Journal Article Anderson, I.; Beattie, G.; Spencer, C. (2001): Can blaming victims of rape be logical? Attribution theory and discourse analytic perspectives. In Human Relations 54 (4), pp. 445–467, checked on 12/29/2013. Abstract: While it is frequently assumed that blaming the victims rather than the perpetrators of rape is the result of biases in causal reasoning, one rape perception study (Calhoun et al., 1976) suggests that blame attributions directed at the victim can occur as a result of logical attributional processes through the systematic and rational application of the covariational rules of inductive reasoning. The aim of the present study was to investigate this assertion. The study is unique in two ways. First, participants were asked to discuss a rape incident rather than evaluate it using questionnaire methods. Second, the study focused on the rape of males as well as the rape of females. Two analyses were performed on the conversational data - a content analysis yielding quantitative data and a qualitative discourse analysis. The main findings were that, contrary to predictions, participants did not use the covariation information to blame the victim of rape `logically'. Instead, the most frequently utilized category was `meta-commentary' which showed that the participants were extremely sensitive to the inferences implied by the covariation information and the task in general. The findings are discussed in relation to attribution theory and rape perception.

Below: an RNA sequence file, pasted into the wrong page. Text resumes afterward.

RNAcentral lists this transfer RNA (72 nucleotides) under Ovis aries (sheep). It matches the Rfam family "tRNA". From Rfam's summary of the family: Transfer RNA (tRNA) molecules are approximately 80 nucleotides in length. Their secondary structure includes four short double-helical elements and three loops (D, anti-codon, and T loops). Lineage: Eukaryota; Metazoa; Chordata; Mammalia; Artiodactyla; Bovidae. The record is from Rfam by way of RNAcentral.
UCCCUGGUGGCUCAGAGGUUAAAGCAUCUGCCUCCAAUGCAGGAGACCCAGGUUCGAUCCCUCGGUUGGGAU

- Social cognition